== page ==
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Date: 16th to 17th century
Medium:Copper alloy (brass or bronze)
Geographic Location: Nigeria, Benin City
Dimensions: Overall: 18 x 14 1/2 x 3 in. (45.72 x 36.83 x 7.62 cm)
Credit Line: Dallas Museum of Art, The Eugene and Margaret McDermott Art Fund, Inc.
Object Number: 2005.38.McD
This plaque from the Edo (E-dough) peoples of Benin (buh-NEEN) shows a high-ranking warrior chief in military attire. Behind him is a background of river leaves and rosettes cast in relief. These rosettes symbolize an Edo belief that the sun makes a daily voyage from the sky to the sea and back again. The sea was important to the Edo peoples because it was the source of Benin’s wealth from trade.
Benin art was made to glorify the reigning and ancestral obas (O-bah), or kings. Plaques like this were used to decorate the oba's palace.
Edo (E-dough) metalsmiths were casting brass before the late fifteenth century when the Portuguese, the first European visitors to the area, arrived bringing copper, a material valued by the Edo peoples. The Portuguese explorer Duarte Pacheco Pereira noted in the 1490s that the Kingdom of Beny [sic] “is about eighty leagues long and forty wide; it is usually at war with its neighbors and takes captives, whom we buy at twelve or fifteen brass bracelets each, or for copper bracelets, which they prize more.” The brasscasters’ guild melted down the copper bracelets and over time cast plaques, equestrian figures and other statuary, portrait heads of rulers, pitchers in the form of leopards, boxes, and game boards. Many seventeenth-century visitors described seeing plaques engraved with pictures on their travels. A casting in Berlin shows how bronze plaques were affixed around doorways and to columns that supported the palace. One Dutch account, published in 1668 by Olfert Dapper, refers to the plaques in a description of the palace complex:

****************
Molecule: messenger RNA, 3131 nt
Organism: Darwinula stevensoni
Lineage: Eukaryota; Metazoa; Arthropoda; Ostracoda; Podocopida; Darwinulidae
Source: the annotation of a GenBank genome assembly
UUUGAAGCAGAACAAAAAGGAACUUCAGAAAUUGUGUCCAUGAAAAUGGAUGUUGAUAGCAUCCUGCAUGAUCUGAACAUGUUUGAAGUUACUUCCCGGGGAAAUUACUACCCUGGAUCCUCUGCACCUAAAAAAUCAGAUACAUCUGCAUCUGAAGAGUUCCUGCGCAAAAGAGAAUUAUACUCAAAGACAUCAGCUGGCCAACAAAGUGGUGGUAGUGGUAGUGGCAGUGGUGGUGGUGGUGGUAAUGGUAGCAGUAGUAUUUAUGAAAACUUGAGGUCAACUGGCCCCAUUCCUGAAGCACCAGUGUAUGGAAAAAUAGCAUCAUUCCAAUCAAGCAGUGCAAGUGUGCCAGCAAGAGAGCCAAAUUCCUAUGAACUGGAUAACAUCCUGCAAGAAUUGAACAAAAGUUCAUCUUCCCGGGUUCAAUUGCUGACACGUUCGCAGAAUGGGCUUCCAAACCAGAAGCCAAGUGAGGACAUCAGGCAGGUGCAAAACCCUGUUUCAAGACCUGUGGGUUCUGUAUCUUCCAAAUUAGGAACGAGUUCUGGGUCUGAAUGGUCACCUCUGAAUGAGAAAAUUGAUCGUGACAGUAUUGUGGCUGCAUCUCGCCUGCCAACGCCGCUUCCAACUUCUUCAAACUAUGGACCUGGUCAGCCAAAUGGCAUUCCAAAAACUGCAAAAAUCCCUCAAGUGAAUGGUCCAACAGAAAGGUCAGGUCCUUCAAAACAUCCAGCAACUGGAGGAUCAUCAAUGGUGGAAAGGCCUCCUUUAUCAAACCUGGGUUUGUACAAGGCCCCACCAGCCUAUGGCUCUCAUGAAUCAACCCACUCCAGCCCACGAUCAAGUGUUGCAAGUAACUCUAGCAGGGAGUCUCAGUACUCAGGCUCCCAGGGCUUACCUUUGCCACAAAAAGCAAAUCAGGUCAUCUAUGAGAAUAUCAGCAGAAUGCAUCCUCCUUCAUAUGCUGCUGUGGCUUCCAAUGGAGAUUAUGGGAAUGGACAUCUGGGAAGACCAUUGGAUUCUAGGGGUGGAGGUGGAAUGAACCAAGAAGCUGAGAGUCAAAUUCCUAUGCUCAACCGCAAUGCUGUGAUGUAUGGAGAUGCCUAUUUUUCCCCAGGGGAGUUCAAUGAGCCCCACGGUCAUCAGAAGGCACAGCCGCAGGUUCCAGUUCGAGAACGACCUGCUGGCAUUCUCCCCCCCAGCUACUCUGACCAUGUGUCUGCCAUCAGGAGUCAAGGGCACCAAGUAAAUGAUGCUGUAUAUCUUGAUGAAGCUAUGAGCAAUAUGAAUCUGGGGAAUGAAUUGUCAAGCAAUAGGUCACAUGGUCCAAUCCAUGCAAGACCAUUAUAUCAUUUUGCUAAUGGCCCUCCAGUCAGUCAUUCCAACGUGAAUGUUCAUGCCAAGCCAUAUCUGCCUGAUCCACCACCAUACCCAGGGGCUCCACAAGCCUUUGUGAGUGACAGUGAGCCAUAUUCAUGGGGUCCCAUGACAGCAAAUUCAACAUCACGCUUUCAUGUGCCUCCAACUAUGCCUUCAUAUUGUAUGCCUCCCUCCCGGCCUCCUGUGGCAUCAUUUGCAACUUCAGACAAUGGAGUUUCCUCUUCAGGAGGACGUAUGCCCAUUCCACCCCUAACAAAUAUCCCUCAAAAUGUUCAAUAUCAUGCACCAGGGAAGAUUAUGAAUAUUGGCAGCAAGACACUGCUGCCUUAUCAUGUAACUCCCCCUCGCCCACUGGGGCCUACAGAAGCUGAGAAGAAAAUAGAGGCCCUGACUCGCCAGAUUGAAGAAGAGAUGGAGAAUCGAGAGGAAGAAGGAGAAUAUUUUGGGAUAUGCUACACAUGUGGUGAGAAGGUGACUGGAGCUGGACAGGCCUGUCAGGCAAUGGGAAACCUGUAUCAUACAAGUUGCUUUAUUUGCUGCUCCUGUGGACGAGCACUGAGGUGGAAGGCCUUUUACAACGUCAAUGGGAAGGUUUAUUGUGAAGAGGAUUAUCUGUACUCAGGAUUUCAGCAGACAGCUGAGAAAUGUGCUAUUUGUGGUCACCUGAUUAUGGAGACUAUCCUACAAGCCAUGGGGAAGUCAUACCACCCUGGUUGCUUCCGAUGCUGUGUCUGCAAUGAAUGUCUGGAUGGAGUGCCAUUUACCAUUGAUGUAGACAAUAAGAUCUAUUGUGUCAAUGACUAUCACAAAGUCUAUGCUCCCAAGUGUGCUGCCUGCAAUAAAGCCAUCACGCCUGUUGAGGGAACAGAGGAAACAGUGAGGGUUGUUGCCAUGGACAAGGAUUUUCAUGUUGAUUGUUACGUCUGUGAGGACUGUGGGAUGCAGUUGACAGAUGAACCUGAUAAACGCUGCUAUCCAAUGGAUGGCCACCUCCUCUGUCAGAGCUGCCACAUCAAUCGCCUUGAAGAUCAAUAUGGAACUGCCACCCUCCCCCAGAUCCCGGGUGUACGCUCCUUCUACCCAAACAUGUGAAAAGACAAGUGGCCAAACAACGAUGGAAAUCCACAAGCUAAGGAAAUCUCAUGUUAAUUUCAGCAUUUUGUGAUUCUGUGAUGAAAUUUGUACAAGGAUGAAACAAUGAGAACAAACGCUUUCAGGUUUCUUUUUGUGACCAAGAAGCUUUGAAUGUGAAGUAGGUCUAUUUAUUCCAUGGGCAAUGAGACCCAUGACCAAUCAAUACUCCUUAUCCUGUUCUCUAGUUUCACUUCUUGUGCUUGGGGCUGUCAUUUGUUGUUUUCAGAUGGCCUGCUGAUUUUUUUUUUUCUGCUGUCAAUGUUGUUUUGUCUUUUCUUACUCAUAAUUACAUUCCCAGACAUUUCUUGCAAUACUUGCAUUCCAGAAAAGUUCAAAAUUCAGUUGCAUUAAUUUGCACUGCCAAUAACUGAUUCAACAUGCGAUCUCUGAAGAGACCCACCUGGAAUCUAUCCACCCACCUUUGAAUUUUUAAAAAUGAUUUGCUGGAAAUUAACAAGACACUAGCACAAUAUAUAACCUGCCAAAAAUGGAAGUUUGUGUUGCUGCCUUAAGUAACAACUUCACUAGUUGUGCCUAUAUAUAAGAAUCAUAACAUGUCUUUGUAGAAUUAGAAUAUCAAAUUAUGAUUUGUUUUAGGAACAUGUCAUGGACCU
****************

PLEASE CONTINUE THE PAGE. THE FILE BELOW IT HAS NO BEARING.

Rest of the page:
“The king’s court is square… and is certainly as large as the town of Haarlem, and entirely surrounded by a special wall, like that which encircles the town. It is divided into many palaces, houses, and apartments of the courtiers, and comprises beautiful and long square galleries, about as large as the Exchange at Amsterdam, but one larger than another, resting on wooden pillars, from top to bottom covered with cast copper, on which are engraved the pictures of their war exploits and battles, and are kept very clean.”